Key Verse: “So Jacob went in to Rachel also, and indeed he loved Rachel more than Leah, and he served with Laban for another seven years.”
—Genesis 29:30 (New American Standard Bible)
THE BACKGROUND OF OUR lesson centers on Jacob’s departure from his brother, Esau. We recall that Esau had sold his firstborn “birthright” to Jacob for “bread and pottage of lentils.” Later, Jacob also obtained the chief blessing from his father Isaac. (Gen. 25:29-34; 27:1-46) As a result of these incidents, Esau hated his brother and resolved in his heart that he would kill him after the death of their father. Through the overruling providences of God, however, Jacob fled his homeland, following his father’s instructions to journey to the house of Laban and take one of his daughters as his wife.—Gen. 28:1-3
As Jacob travelled, he was strengthened by God, who renewed his promises to him. Then he “came into the land of the people of the east.” (Gen. 28:10-22; 29:1) Upon reaching his destination, he saw shepherds watering their flocks near a well. He found that they knew Laban. As they talked, Rachel, one of Laban’s daughters, came to the well. Jacob was taken by Rachel’s beauty. Upon arriving at Laban’s home, he related his reason for being there. Laban suggested that “wages” be paid to Jacob for his work on behalf of the household.—Gen. 29:2-15
Jacob proposed that he serve Laban for seven years in return for his younger daughter Rachel, who would then become his wife. To this Laban agreed. However, at the end of the seven years, because Leah, his older daughter, was not yet married, Laban found himself in a difficult position. According to the custom of the day, it was improper to give a younger daughter in marriage while an older one remained unwed. Laban’s solution was to give Leah, the older daughter, to Jacob, instead of Rachel, which he did. Jacob was not satisfied with this arrangement, because he loved Rachel much more than Leah. (vss. 16-26) He then agreed to work another seven years in order to gain Rachel for his wife, as stated in our Key Verse.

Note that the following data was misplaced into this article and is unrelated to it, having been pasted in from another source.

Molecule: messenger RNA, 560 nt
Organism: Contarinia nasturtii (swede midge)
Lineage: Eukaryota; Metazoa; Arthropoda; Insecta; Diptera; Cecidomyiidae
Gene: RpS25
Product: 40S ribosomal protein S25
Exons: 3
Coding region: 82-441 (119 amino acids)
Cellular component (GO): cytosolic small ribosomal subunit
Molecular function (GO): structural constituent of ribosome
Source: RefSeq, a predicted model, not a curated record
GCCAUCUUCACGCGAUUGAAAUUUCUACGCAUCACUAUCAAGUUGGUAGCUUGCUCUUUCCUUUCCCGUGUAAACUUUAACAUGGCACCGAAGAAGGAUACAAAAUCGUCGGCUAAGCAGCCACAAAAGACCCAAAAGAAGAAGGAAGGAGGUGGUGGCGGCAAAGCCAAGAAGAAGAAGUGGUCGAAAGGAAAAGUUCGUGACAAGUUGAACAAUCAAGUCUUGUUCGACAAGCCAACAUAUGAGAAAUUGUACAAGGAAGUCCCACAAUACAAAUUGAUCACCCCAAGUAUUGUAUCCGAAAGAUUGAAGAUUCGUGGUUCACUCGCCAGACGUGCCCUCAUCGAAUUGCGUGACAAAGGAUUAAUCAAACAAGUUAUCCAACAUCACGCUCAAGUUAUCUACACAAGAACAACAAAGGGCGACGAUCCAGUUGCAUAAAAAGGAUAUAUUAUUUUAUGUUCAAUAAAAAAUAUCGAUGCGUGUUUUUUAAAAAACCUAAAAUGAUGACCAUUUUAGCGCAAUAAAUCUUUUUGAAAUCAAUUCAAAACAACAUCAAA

Various pictures are presented to us in the account of these events. Concerning Jacob and Esau, we see how the natural seed of Abraham—fleshly Israel, represented by Esau—was first given the opportunity to be God’s specially chosen and blessed people. They failed, however, to receive God’s chief blessing. Like Esau, natural Israel, when they might have inherited the spiritual promises, preferred instead earthly things. The Gospel Age church, represented by Jacob, though developed later, receives the choicest blessings—the spiritual.—Rom. 9:11,12,30,31
Similarly, as Rachel was the one loved most and first promised to Jacob, the Abrahamic Covenant is that which the church is developed under, and was given by promise from God prior to “the law” covenant. (Gal. 3:8,16-18) Leah, the eldest daughter, represented the Law Covenant arrangement, which operated prior to the arrival of the Abrahamic seed of promise. Thus, natural Israel was first recognized, being called “children of the flesh” and “Israel after the flesh.” (Rom. 9:8; I Cor. 10:18) Their experiences were used by God as an “example and shadow of heavenly things,” and of “good things to come” to all the families of the earth.—Heb. 8:5; 10:1